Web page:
My MTF Daughter

Jul 26 2013 3:36PM

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An Ordinary Life With An Extraordinary Girl

By Catherine Thorpe

For some reason or another, my blog has become less personal over the last few years. I’ve shared stories, news, videos and pictures, but nothing that is really personal—from the uberscribbling heart—so to speak.  That’s about to change. The uberscribbler is more than just an author, public speaker and social media junkie.  There are more stories to share, things that need to be said, and thoughts that I need to send out to the universe via the world-wide web. And so with a deep breath…

On Feb 9, 1998 I was in a delivery room at McMaster hospital in Hamilton. I was 26 weeks into pregnancy and wildly distraught that I was losing my baby. After a blur of white-coat activity, my second child came in to this world weighing 1121 grams. The celebration of life was announced to the room with three simple words. It’s a boy.

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15 years later, I find myself reflecting on that moment quite often. Announcing the biological anatomy of a baby at birth seems like a misnomer. It has become a delivery room habit—almost a rite of passage for new parents. The sex of that child can mean different things, to different walks of life all over the world. For some parents, that determination can be crucial to their lives and that of the child. In delivery rooms around the world, the air is thick with anticipation, until the obligatory sex declaration has been uttered. It is then that life for that child begins—in an assigned role.

Sometimes nature gets it right and we don’t think it has—so we fix what we think it broke. In this day and age, it is estimated that still more than 30% of the world’s male population (aged 15 and over) are circumcised. From infancy. Not from infection, or medical conditions, but just because—and without their consent.

Sometimes nature gets it wrong. And I don’t blame her. With all that we’ve done to her planet and the environment, it surprises me that we don’t see more birth anomalies as she digs in to protect herself—letting us know the only way she knows how.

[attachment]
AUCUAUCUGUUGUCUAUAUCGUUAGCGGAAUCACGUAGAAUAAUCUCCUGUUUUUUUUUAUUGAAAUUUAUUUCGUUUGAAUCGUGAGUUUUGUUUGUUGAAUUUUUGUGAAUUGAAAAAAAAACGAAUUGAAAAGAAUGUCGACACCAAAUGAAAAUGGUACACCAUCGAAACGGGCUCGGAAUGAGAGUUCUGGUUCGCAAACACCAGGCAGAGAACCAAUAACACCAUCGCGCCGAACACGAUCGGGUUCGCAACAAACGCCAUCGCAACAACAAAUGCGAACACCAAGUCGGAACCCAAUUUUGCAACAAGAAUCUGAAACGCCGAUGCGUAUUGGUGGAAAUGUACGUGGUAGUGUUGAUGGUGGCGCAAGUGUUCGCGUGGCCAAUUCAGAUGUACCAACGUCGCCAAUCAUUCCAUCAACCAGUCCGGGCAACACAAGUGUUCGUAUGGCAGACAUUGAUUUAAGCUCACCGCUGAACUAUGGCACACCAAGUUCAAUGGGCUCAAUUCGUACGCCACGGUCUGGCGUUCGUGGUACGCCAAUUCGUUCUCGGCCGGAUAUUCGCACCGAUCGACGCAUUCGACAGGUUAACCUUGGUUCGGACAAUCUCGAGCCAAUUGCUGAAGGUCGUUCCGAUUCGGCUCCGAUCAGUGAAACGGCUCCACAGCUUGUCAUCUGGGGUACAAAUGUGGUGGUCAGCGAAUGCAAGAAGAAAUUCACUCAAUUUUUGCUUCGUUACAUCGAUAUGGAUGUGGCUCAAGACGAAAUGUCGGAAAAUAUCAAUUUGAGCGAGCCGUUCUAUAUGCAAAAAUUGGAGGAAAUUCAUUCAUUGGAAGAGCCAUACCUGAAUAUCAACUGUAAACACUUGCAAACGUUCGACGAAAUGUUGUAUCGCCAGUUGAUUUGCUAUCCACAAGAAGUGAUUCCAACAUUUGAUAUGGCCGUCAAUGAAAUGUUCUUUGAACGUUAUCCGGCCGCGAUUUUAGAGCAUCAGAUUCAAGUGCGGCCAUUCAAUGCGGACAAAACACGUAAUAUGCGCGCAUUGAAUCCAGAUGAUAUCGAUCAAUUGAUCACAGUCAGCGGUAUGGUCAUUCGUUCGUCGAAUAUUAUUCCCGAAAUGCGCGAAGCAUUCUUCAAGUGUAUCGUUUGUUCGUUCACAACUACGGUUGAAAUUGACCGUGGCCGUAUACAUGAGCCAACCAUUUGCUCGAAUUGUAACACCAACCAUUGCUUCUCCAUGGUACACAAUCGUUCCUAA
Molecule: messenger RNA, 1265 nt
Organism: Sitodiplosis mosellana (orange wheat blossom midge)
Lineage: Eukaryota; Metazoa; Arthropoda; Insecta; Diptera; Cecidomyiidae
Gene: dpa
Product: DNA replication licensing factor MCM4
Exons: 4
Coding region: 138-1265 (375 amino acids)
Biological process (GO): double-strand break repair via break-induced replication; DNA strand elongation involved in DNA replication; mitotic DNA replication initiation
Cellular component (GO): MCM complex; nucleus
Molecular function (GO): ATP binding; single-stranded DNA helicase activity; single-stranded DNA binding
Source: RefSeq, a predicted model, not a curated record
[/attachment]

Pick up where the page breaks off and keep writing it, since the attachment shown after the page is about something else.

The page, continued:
It was 15 years ago my child was born with just such an anomaly. It wasn’t club feet, cleft palette, fused limbs, missing digits, dwarfism, intersex (hermaphrodite), down-syndrome or anything else that you could identify through sight alone.  According to the American College of Obstetricians and Gynecologists, 1 in every 33 babies is born with a birth anomaly (defect). For as technologically and intellectually advanced as we believe ourselves to be, we still only count what we can see with our own eyes and observe through biology. Anything that doesn’t match the majority is considered defective, like we’re some sort of assembly line where all end product must look and act the exact same way or it’s scrapped as faulty goods. We’ve instituted our own quality control on what it means to be human.

But what about the anomalies that you can’t see right away? The ones that require the collection of your other senses and the ability of the child to communicate?

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“Mommy, when I grow up… I want to be beautiful.” – Mackenzie, aged 3